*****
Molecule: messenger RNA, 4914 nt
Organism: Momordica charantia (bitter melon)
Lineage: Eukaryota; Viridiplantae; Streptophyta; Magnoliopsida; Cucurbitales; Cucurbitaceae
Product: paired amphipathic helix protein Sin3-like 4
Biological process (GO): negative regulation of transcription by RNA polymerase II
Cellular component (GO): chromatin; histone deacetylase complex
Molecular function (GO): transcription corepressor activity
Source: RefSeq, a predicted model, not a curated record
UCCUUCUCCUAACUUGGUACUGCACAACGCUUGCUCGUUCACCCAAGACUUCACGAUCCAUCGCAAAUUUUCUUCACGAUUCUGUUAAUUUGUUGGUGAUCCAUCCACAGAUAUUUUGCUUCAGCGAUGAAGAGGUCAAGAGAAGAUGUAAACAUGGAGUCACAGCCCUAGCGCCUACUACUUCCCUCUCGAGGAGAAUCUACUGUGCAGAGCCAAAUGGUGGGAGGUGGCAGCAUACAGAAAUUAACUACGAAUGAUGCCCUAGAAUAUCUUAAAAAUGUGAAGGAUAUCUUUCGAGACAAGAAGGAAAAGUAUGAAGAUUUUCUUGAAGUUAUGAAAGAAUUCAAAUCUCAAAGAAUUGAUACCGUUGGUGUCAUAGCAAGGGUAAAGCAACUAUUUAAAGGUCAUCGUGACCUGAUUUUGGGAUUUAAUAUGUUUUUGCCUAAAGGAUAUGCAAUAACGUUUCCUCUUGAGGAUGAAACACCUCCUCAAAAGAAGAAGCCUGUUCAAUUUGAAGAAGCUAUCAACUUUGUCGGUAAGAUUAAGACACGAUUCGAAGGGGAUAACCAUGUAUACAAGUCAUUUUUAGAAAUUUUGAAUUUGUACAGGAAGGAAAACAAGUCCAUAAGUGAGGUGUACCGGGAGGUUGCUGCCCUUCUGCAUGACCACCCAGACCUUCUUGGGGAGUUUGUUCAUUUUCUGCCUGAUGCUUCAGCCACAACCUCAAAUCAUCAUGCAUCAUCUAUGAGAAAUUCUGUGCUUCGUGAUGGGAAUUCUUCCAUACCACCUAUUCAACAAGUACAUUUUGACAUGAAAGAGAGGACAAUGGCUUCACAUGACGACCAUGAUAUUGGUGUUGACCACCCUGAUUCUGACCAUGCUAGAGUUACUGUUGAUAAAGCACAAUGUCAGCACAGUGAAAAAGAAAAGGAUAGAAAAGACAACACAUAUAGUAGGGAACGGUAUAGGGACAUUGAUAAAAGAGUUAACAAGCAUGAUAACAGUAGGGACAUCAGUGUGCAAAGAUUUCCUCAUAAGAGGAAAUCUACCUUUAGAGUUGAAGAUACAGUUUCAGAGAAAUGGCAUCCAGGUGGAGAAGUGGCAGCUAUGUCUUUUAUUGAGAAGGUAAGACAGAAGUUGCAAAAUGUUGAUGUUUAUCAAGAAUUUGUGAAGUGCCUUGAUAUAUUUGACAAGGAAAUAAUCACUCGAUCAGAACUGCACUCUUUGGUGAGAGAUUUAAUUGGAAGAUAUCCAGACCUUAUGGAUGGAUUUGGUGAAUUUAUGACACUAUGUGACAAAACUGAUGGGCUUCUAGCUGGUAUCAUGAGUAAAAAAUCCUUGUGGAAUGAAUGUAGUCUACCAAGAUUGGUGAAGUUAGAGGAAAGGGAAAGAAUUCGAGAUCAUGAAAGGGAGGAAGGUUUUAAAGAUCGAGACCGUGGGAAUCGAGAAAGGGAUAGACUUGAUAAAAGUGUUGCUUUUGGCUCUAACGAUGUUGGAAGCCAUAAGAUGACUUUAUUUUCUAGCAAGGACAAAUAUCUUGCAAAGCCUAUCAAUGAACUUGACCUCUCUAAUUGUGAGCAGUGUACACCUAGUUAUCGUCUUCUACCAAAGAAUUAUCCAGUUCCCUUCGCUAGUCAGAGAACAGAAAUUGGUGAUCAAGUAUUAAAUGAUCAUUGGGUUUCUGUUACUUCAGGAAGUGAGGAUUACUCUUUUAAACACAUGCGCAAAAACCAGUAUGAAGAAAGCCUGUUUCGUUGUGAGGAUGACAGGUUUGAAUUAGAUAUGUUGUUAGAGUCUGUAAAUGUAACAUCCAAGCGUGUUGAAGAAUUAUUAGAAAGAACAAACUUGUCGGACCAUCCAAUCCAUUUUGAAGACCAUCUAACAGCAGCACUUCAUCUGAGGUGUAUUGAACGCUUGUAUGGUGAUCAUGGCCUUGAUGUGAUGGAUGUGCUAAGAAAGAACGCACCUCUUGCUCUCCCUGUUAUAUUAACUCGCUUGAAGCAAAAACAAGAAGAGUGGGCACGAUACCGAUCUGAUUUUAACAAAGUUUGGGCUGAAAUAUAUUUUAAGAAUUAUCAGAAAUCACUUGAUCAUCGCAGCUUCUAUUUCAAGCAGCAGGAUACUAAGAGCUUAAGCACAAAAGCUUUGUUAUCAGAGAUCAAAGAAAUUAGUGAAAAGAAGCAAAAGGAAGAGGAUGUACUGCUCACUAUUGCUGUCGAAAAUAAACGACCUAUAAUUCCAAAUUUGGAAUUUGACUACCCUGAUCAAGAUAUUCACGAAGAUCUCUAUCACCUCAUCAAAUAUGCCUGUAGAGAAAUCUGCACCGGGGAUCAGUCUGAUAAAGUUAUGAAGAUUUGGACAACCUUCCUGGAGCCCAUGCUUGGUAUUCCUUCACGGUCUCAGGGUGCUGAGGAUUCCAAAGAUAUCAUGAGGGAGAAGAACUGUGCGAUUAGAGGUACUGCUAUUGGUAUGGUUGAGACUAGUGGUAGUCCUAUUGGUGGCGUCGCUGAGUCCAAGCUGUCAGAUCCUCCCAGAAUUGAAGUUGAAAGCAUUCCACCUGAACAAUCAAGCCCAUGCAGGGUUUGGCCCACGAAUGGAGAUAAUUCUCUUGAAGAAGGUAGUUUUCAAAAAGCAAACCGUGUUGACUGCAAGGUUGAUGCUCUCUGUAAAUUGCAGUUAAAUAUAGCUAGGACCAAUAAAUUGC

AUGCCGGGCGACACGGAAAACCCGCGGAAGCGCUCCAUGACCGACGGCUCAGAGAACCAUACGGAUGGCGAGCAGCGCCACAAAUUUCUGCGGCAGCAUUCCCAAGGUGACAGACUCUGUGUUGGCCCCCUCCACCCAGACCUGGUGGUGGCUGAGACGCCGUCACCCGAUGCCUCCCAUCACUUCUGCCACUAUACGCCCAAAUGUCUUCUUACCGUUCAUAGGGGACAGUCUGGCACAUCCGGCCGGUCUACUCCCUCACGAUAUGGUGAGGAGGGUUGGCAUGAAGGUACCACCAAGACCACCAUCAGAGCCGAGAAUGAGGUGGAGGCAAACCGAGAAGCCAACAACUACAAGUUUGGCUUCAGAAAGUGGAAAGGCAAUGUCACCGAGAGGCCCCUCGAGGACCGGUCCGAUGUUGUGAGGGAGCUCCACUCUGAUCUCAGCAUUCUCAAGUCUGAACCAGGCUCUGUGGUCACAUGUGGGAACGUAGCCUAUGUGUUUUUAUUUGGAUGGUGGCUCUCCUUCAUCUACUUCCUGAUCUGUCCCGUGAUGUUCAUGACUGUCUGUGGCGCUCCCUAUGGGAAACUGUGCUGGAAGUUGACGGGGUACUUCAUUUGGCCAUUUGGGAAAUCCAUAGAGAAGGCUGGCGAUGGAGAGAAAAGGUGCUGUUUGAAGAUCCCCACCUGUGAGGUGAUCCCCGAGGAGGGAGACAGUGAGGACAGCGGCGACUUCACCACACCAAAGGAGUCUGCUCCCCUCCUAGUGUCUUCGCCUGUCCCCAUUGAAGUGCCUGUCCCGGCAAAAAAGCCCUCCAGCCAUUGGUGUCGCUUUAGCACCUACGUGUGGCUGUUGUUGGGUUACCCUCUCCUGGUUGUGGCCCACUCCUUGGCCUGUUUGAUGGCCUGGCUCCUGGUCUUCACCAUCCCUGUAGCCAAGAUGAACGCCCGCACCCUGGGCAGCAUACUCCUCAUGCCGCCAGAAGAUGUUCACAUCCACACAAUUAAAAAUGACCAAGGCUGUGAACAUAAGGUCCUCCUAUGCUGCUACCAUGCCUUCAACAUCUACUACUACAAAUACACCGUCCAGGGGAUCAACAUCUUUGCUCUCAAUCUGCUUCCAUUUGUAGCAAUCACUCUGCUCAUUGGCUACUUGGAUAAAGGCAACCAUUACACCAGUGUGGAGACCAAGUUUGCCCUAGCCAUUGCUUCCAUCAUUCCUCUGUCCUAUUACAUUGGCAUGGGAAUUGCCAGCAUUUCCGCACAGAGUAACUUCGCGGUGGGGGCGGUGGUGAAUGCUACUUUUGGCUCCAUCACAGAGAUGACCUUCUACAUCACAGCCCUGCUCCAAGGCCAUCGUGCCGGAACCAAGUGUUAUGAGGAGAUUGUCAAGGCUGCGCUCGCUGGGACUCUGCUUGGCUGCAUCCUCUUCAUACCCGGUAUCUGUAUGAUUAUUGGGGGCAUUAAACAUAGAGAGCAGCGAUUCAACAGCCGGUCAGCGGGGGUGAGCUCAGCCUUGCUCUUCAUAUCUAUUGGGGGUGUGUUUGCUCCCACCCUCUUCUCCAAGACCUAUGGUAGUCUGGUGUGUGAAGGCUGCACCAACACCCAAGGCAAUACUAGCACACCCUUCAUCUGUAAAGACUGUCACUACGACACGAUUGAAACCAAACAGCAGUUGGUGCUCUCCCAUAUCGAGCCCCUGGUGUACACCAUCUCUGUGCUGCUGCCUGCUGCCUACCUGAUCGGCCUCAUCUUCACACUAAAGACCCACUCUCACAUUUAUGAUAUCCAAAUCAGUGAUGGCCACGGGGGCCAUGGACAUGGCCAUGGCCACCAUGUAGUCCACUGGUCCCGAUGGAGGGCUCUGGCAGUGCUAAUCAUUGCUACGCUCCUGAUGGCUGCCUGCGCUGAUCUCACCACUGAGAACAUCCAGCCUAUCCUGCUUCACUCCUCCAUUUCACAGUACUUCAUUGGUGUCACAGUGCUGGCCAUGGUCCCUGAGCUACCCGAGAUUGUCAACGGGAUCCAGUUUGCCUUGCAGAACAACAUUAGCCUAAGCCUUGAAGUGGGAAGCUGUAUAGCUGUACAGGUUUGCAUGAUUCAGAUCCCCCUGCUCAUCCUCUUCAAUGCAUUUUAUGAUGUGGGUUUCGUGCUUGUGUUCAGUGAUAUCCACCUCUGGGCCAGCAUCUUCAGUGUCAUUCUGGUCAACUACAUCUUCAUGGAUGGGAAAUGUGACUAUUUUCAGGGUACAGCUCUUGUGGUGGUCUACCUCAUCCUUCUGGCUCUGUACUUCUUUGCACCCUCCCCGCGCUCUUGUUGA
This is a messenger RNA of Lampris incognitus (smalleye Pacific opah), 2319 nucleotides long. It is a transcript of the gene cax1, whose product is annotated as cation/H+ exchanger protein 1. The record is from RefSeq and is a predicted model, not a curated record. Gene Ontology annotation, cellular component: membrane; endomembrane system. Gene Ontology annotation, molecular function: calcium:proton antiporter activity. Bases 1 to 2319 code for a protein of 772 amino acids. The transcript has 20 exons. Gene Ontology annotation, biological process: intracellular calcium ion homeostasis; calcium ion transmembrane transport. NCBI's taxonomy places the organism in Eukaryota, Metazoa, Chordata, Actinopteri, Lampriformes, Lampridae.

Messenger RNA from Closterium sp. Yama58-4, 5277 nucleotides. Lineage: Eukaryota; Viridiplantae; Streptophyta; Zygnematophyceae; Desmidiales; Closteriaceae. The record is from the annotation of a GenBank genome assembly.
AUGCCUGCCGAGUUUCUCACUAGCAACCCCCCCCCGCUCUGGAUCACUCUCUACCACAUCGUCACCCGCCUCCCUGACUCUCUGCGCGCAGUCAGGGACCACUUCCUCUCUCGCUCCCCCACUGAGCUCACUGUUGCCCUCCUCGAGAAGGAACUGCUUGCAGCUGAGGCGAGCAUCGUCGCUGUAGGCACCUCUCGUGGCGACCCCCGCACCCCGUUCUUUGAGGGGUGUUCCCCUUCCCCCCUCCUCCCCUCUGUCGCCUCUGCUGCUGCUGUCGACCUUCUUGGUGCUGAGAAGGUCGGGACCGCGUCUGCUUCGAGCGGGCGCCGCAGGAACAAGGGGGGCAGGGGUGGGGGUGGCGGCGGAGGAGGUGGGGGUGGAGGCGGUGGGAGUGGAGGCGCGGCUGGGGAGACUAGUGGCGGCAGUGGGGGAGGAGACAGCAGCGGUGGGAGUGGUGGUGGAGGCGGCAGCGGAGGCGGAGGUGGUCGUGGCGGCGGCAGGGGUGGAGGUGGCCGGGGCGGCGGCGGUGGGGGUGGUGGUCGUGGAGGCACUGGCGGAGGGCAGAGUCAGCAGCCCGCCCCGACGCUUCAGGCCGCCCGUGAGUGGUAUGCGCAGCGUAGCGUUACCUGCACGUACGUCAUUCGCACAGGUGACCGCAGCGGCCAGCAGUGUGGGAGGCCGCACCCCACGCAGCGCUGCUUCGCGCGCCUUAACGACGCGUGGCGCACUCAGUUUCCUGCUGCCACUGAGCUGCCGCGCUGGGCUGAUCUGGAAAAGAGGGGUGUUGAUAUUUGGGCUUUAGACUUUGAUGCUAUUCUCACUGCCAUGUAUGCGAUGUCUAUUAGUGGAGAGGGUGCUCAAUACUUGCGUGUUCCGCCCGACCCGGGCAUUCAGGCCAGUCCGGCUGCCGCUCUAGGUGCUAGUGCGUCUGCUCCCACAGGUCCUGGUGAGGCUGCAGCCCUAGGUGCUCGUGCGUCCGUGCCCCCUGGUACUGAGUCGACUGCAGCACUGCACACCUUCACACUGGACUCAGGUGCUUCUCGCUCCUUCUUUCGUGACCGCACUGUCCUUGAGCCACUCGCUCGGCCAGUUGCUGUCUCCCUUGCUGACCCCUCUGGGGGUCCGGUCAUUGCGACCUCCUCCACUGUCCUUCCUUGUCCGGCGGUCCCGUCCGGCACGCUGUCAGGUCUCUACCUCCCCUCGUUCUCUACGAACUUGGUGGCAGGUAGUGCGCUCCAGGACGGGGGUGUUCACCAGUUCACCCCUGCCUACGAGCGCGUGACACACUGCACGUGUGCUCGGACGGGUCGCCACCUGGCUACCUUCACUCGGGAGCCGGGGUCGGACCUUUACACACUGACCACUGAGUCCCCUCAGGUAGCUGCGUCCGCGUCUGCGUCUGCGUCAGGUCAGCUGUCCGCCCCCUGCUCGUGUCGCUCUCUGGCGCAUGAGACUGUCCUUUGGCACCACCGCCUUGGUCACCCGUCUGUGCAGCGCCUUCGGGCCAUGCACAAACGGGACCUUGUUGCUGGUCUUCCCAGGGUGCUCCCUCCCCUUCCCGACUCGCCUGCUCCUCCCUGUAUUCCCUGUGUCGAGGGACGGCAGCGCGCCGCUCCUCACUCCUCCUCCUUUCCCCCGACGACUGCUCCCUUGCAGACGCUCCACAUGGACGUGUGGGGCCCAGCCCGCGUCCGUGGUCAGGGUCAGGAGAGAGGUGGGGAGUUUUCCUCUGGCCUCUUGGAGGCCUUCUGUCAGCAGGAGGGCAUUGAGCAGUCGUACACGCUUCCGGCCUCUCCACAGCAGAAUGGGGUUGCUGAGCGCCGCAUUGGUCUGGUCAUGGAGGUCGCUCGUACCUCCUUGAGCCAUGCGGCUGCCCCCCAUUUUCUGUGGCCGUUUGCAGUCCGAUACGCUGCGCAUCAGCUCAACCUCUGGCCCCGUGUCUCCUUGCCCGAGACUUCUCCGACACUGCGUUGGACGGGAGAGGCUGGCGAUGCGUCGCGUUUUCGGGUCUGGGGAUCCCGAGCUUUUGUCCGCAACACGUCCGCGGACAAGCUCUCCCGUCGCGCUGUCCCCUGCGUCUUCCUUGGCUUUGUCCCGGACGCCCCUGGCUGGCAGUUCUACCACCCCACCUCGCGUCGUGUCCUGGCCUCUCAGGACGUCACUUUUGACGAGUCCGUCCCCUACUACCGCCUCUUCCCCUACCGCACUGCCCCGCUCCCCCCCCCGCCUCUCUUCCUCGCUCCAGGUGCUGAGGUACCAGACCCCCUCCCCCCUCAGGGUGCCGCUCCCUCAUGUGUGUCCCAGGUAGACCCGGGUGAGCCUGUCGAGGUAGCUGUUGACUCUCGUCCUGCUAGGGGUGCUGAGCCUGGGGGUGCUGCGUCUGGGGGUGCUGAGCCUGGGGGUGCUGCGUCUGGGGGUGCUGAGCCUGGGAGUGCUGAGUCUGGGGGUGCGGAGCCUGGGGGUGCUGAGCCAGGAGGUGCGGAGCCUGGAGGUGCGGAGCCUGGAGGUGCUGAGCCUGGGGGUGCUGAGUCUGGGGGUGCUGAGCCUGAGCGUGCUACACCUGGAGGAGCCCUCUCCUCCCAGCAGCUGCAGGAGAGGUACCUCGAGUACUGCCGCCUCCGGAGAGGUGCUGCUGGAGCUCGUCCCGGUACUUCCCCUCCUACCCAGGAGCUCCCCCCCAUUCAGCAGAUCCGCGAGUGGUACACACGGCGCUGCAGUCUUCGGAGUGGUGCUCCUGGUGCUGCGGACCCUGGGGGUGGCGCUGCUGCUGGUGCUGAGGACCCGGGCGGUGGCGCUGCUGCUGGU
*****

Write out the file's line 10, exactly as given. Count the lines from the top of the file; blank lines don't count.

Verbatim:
AUGCCGGGCGACACGGAAAACCCGCGGAAGCGCUCCAUGACCGACGGCUCAGAGAACCAUACGGAUGGCGAGCAGCGCCACAAAUUUCUGCGGCAGCAUUCCCAAGGUGACAGACUCUGUGUUGGCCCCCUCCACCCAGACCUGGUGGUGGCUGAGACGCCGUCACCCGAUGCCUCCCAUCACUUCUGCCACUAUACGCCCAAAUGUCUUCUUACCGUUCAUAGGGGACAGUCUGGCACAUCCGGCCGGUCUACUCCCUCACGAUAUGGUGAGGAGGGUUGGCAUGAAGGUACCACCAAGACCACCAUCAGAGCCGAGAAUGAGGUGGAGGCAAACCGAGAAGCCAACAACUACAAGUUUGGCUUCAGAAAGUGGAAAGGCAAUGUCACCGAGAGGCCCCUCGAGGACCGGUCCGAUGUUGUGAGGGAGCUCCACUCUGAUCUCAGCAUUCUCAAGUCUGAACCAGGCUCUGUGGUCACAUGUGGGAACGUAGCCUAUGUGUUUUUAUUUGGAUGGUGGCUCUCCUUCAUCUACUUCCUGAUCUGUCCCGUGAUGUUCAUGACUGUCUGUGGCGCUCCCUAUGGGAAACUGUGCUGGAAGUUGACGGGGUACUUCAUUUGGCCAUUUGGGAAAUCCAUAGAGAAGGCUGGCGAUGGAGAGAAAAGGUGCUGUUUGAAGAUCCCCACCUGUGAGGUGAUCCCCGAGGAGGGAGACAGUGAGGACAGCGGCGACUUCACCACACCAAAGGAGUCUGCUCCCCUCCUAGUGUCUUCGCCUGUCCCCAUUGAAGUGCCUGUCCCGGCAAAAAAGCCCUCCAGCCAUUGGUGUCGCUUUAGCACCUACGUGUGGCUGUUGUUGGGUUACCCUCUCCUGGUUGUGGCCCACUCCUUGGCCUGUUUGAUGGCCUGGCUCCUGGUCUUCACCAUCCCUGUAGCCAAGAUGAACGCCCGCACCCUGGGCAGCAUACUCCUCAUGCCGCCAGAAGAUGUUCACAUCCACACAAUUAAAAAUGACCAAGGCUGUGAACAUAAGGUCCUCCUAUGCUGCUACCAUGCCUUCAACAUCUACUACUACAAAUACACCGUCCAGGGGAUCAACAUCUUUGCUCUCAAUCUGCUUCCAUUUGUAGCAAUCACUCUGCUCAUUGGCUACUUGGAUAAAGGCAACCAUUACACCAGUGUGGAGACCAAGUUUGCCCUAGCCAUUGCUUCCAUCAUUCCUCUGUCCUAUUACAUUGGCAUGGGAAUUGCCAGCAUUUCCGCACAGAGUAACUUCGCGGUGGGGGCGGUGGUGAAUGCUACUUUUGGCUCCAUCACAGAGAUGACCUUCUACAUCACAGCCCUGCUCCAAGGCCAUCGUGCCGGAACCAAGUGUUAUGAGGAGAUUGUCAAGGCUGCGCUCGCUGGGACUCUGCUUGGCUGCAUCCUCUUCAUACCCGGUAUCUGUAUGAUUAUUGGGGGCAUUAAACAUAGAGAGCAGCGAUUCAACAGCCGGUCAGCGGGGGUGAGCUCAGCCUUGCUCUUCAUAUCUAUUGGGGGUGUGUUUGCUCCCACCCUCUUCUCCAAGACCUAUGGUAGUCUGGUGUGUGAAGGCUGCACCAACACCCAAGGCAAUACUAGCACACCCUUCAUCUGUAAAGACUGUCACUACGACACGAUUGAAACCAAACAGCAGUUGGUGCUCUCCCAUAUCGAGCCCCUGGUGUACACCAUCUCUGUGCUGCUGCCUGCUGCCUACCUGAUCGGCCUCAUCUUCACACUAAAGACCCACUCUCACAUUUAUGAUAUCCAAAUCAGUGAUGGCCACGGGGGCCAUGGACAUGGCCAUGGCCACCAUGUAGUCCACUGGUCCCGAUGGAGGGCUCUGGCAGUGCUAAUCAUUGCUACGCUCCUGAUGGCUGCCUGCGCUGAUCUCACCACUGAGAACAUCCAGCCUAUCCUGCUUCACUCCUCCAUUUCACAGUACUUCAUUGGUGUCACAGUGCUGGCCAUGGUCCCUGAGCUACCCGAGAUUGUCAACGGGAUCCAGUUUGCCUUGCAGAACAACAUUAGCCUAAGCCUUGAAGUGGGAAGCUGUAUAGCUGUACAGGUUUGCAUGAUUCAGAUCCCCCUGCUCAUCCUCUUCAAUGCAUUUUAUGAUGUGGGUUUCGUGCUUGUGUUCAGUGAUAUCCACCUCUGGGCCAGCAUCUUCAGUGUCAUUCUGGUCAACUACAUCUUCAUGGAUGGGAAAUGUGACUAUUUUCAGGGUACAGCUCUUGUGGUGGUCUACCUCAUCCUUCUGGCUCUGUACUUCUUUGCACCCUCCCCGCGCUCUUGUUGA